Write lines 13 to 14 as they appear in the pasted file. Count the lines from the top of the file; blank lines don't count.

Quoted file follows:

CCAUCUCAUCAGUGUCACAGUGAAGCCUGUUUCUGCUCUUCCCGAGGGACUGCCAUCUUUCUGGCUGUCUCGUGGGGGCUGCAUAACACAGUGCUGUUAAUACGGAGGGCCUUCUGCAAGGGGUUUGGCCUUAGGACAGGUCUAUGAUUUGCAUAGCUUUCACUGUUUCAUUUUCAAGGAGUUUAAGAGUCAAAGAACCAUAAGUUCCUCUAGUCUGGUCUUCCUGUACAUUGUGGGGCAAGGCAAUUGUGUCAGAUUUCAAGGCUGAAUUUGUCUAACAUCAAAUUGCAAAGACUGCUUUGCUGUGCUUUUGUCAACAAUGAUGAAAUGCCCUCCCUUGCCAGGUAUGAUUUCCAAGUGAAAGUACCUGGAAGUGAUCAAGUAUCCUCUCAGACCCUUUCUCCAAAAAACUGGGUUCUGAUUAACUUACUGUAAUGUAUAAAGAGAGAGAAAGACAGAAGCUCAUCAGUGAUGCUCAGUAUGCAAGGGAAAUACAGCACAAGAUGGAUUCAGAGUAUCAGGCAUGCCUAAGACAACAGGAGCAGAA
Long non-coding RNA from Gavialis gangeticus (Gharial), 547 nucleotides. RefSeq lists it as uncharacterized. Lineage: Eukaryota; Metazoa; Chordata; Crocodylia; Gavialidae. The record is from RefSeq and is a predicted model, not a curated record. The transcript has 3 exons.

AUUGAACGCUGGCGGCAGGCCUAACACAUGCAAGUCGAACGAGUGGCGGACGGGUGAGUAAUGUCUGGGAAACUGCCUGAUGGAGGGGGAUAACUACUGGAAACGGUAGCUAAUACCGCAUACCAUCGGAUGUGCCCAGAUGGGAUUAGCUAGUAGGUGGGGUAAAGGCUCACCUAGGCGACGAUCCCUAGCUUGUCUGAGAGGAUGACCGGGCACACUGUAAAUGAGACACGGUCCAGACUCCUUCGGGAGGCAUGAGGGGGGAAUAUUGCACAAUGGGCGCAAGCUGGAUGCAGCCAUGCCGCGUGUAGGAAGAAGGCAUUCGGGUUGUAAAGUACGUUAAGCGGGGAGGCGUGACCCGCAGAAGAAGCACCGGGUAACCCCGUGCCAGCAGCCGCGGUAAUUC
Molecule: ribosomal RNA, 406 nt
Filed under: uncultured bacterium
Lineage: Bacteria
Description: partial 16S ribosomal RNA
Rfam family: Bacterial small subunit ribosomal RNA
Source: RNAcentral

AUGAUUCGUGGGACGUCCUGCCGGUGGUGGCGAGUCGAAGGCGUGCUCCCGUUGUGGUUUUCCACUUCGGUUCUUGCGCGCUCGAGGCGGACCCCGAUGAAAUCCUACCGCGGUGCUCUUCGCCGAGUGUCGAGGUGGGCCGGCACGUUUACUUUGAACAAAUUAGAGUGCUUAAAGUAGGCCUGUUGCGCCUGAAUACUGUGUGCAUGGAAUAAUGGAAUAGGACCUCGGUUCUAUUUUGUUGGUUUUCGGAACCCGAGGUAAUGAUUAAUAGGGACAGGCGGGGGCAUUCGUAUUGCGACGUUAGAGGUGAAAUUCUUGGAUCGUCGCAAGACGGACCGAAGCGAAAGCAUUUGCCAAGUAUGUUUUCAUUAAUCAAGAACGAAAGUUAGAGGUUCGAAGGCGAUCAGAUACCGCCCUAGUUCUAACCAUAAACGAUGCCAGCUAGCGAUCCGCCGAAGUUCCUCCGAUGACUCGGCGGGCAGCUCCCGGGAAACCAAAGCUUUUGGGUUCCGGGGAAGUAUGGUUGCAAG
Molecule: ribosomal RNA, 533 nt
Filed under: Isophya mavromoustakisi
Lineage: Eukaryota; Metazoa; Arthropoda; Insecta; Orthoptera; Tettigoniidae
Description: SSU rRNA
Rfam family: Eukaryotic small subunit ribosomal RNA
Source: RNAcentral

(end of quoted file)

Lineage: Eukaryota; Metazoa; Arthropoda; Insecta; Orthoptera; Tettigoniidae
Description: SSU rRNA